I'm afraid there's only one working MKBK-SR in the world, owned by a St Petersburg DoP, but Sergey Astakhov (http://www.imdb.com/name/nm0039945/) may have a couple more similar cameras - he had a LOT of custom cameras in 2000s.

It's a Frankenstein of a camera - made of different SR parts with a custom gate, movement and electronics. It has an on-board wireless lens/motor control and a built in SD video sender. Gate is hairless with rounded corners, the camera takes regular (non-highspeed) mags and goes to 200 fps. Viewfinder is very bright with a fibre screen, and you can change intensity and color or frameline glow. Shot on it, loved it. The only limitation is a fixed 180 degree shutter, which is because the camera is actually based on an SR1, I think! Otherwise it's as advanced as a 416+, just louder.

 

This particular camera is available for rent. But no more advanced Arriflex conversions: MKBK was made bankrupt and closed thanks to a couple of morons ('efficient manager' type of scum, remains of Yeltsin team) in the local administration.

Edited by Michael Rodin

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Back to the original posting about creating an affordable Super 16 camera. While there are many affordable super 16 cameras from the K3 to used Aaton and Arris, it is only natural for us to ask many questions as to what purpose will a new Super 16 camera will serve and whether in the current climate there’s really a need for such a camera. The thing is the K3, used Aatons or Arris are ‘old’, most were built over ten years ago. I believe a new affordable Super 16 camera will attract today’s generation of filmmakers, many of who are used to ‘new ‘things, new updates and the constant change, for many using technology that is over a year is like working with ‘antiques’, new doesn’t necessarily mean better, but it does make the format more current. A new Super 16 camera will definitely appeal and speak out to the younger generations and will give Super 16 a boost. The kind of camera and how to build one is a complex matter. In 2004 some Swedish filmmakers formed Ikonoskop and built a Super 16 camera, it was a simple machine, it was not better than what was out there and its affordability was always debated, but it produces very steady images. If someone makes a new Super 16 camera today it will create a 'buzz' and evoke ‘new’ interest.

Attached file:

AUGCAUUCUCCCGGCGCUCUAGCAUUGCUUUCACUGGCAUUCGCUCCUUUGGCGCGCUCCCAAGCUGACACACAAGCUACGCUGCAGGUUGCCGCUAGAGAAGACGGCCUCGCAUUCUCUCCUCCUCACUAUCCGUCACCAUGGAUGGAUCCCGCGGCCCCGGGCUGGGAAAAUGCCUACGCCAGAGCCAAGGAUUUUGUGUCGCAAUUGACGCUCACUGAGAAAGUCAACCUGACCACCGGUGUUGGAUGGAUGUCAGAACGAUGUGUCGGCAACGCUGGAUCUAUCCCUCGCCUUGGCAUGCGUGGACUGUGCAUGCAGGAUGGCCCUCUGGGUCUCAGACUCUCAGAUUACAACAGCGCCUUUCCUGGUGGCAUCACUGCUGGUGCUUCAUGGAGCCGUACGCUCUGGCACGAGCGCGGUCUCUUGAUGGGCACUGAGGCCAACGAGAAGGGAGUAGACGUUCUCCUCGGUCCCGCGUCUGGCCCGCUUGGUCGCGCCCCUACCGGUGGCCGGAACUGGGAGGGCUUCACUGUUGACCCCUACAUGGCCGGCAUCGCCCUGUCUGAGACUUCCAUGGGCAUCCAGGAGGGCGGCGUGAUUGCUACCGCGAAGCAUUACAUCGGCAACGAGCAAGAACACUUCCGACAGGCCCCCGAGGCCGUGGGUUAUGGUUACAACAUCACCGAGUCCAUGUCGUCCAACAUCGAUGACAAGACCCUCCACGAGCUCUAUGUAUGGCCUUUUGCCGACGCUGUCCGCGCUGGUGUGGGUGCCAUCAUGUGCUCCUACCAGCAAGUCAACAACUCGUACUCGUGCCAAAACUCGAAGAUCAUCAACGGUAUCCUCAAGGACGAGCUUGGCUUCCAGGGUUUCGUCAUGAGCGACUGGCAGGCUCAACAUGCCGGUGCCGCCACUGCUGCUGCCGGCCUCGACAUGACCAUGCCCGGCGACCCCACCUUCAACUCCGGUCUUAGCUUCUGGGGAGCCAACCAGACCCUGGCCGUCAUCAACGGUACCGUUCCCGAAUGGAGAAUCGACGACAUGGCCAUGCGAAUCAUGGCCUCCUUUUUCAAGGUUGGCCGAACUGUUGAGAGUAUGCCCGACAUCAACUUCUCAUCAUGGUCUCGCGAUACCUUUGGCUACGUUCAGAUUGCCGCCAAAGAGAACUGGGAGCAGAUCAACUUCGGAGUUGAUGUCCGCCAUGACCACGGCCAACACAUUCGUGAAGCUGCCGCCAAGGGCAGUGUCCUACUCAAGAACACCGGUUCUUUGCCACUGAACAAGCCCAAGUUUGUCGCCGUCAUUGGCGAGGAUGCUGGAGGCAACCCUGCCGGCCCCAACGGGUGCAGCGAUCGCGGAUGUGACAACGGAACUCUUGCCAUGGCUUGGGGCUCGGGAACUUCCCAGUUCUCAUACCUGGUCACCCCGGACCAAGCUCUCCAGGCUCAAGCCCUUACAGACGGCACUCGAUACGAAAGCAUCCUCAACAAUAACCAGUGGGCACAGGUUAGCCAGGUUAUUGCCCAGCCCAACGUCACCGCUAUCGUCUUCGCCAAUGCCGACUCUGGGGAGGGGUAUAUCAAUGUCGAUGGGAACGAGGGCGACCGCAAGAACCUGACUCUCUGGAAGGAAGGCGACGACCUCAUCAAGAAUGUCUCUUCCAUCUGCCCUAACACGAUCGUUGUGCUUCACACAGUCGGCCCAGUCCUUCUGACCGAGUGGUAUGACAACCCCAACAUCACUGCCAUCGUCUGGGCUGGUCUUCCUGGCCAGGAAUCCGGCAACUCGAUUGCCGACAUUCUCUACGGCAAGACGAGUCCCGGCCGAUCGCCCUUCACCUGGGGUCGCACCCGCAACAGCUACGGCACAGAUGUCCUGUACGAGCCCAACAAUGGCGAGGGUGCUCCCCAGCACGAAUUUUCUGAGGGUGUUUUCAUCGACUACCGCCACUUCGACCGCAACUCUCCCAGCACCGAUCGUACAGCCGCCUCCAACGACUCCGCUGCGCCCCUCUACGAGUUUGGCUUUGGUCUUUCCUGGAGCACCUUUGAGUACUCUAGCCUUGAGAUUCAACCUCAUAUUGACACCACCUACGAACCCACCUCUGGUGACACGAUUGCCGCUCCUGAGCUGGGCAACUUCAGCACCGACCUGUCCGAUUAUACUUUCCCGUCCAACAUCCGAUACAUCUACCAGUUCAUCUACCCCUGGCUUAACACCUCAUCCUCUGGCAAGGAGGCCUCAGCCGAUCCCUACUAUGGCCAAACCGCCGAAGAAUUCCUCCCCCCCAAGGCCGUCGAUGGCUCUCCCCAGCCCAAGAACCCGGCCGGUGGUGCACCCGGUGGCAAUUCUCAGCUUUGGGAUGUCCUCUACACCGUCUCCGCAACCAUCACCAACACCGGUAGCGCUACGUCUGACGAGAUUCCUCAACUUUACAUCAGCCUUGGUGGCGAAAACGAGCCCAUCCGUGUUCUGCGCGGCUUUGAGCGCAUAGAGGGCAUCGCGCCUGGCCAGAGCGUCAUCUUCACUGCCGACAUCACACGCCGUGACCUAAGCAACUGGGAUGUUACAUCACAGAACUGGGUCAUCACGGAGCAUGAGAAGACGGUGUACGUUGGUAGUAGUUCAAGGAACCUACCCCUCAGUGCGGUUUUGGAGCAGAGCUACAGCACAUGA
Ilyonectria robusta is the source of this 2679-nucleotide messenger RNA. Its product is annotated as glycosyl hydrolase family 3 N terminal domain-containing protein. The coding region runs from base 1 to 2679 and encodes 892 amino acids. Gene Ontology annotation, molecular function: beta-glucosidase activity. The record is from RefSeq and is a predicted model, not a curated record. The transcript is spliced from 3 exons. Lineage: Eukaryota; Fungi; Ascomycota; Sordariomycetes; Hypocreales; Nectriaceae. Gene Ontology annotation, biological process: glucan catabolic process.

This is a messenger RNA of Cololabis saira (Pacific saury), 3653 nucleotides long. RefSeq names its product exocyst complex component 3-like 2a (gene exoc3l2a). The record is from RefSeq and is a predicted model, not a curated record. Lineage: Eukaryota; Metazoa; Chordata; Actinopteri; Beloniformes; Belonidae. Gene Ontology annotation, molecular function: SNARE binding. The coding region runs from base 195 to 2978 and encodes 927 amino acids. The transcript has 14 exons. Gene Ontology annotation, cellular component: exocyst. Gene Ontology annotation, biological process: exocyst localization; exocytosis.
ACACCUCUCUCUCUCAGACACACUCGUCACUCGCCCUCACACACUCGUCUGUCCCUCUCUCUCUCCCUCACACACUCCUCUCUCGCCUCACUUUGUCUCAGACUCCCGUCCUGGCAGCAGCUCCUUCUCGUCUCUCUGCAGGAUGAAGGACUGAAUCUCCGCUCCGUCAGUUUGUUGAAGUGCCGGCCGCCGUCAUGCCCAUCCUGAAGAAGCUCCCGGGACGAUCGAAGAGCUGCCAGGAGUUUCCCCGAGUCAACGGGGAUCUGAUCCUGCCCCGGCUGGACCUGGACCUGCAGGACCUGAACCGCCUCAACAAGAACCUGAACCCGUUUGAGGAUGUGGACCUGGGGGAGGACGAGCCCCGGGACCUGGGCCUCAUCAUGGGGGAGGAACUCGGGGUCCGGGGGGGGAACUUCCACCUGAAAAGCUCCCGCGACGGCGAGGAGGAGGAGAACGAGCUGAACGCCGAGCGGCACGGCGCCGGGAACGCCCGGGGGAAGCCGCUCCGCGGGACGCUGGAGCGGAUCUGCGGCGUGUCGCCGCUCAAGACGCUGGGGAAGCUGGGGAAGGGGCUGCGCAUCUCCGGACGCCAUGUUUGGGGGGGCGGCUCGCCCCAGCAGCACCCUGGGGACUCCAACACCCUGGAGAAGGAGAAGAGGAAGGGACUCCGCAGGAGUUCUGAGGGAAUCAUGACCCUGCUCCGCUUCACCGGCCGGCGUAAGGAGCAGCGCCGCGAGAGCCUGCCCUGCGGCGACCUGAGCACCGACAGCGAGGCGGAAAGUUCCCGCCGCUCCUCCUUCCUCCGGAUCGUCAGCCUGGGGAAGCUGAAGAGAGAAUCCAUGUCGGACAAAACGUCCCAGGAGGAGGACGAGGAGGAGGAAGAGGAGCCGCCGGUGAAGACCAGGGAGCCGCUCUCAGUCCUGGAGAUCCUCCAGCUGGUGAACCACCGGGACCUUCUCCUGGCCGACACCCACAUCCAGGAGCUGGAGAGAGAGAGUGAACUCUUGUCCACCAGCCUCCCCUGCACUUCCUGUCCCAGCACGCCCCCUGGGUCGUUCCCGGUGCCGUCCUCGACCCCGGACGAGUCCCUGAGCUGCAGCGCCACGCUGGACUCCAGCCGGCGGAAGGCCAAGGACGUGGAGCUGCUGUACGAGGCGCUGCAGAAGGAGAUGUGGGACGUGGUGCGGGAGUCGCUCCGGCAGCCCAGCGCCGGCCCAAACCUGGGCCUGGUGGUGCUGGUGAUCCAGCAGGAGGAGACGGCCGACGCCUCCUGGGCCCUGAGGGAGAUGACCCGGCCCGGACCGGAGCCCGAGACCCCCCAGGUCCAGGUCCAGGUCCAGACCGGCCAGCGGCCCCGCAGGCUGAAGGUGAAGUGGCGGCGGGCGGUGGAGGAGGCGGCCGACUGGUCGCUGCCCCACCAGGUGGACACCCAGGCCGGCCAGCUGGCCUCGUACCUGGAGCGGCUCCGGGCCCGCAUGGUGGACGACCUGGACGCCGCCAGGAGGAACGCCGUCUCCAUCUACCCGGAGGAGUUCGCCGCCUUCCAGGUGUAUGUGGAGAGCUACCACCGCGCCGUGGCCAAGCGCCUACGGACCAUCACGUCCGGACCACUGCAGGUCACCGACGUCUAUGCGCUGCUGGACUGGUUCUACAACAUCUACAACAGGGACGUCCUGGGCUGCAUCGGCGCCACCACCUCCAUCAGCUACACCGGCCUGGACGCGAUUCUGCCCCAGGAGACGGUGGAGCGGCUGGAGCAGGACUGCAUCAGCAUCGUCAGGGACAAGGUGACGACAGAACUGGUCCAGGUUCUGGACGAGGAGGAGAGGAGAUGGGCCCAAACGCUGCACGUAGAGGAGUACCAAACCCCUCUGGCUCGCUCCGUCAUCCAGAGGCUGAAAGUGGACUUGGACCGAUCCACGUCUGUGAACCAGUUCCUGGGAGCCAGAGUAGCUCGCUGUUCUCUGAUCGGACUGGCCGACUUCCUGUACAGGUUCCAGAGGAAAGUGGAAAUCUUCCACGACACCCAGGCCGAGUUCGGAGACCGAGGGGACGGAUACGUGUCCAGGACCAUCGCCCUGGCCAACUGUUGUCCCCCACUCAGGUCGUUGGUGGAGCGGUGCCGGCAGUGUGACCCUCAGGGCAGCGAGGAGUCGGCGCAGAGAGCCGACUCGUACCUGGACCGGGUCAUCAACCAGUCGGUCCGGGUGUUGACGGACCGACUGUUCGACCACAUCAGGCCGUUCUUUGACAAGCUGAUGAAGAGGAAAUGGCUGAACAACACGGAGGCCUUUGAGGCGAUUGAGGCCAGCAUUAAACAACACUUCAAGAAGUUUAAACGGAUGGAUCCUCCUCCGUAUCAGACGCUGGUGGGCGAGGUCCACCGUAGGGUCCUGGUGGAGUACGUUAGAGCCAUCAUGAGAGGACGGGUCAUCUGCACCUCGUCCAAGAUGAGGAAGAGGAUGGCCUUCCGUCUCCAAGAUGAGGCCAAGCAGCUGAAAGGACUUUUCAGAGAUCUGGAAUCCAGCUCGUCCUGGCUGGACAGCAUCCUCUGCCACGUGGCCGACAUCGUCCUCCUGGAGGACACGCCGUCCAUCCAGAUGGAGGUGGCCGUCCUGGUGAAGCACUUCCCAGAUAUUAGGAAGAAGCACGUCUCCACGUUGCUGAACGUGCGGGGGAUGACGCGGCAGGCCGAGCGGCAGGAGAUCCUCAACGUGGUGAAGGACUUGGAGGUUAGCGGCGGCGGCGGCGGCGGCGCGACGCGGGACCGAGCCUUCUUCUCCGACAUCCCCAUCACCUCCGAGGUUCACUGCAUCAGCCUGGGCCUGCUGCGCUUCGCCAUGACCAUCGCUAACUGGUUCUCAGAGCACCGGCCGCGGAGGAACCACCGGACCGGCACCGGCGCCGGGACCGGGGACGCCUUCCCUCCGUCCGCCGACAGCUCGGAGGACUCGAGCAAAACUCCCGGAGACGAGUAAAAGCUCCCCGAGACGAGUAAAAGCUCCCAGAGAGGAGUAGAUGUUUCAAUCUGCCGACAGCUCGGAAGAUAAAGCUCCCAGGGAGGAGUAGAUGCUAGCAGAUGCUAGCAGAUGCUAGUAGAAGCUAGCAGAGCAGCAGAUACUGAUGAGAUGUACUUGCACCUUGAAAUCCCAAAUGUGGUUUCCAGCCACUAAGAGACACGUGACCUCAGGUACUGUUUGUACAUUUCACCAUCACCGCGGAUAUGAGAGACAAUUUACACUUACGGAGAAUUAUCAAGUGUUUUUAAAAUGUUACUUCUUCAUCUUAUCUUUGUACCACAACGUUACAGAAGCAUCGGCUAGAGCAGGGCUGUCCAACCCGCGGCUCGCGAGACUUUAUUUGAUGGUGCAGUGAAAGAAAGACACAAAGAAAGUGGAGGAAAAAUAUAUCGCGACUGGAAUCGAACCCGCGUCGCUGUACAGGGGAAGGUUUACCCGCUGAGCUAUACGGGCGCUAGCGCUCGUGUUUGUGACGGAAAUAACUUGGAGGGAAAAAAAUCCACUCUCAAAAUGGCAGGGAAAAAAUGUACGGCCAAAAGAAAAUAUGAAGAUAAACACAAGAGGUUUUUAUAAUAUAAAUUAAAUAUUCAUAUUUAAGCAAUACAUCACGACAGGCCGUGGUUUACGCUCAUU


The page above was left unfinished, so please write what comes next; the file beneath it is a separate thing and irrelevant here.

Pav

Edited by Pavan Deep

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Ikonoskop a-cam wasn't an affordable "student" camera, rather an expendable camera for regular productions. It was for those who had access to Arris and Aatons but didn't want to risk them. And you couldn't really use it other than as a crash camera - it just didn't last, film channel (not sure about the English term again) wore out very fast. It was cheap for a reason.

 

I think what draws people away from 16mm is not the lack of cameras (416s are cheap to rent and LTRs/SR1s will soon go for free), but expensive scanning and very few labs. And many (even in camera dept.) are just plain afraid to shoot without instant preview on a monitor. Or don't know how to...

Edited by Michael Rodin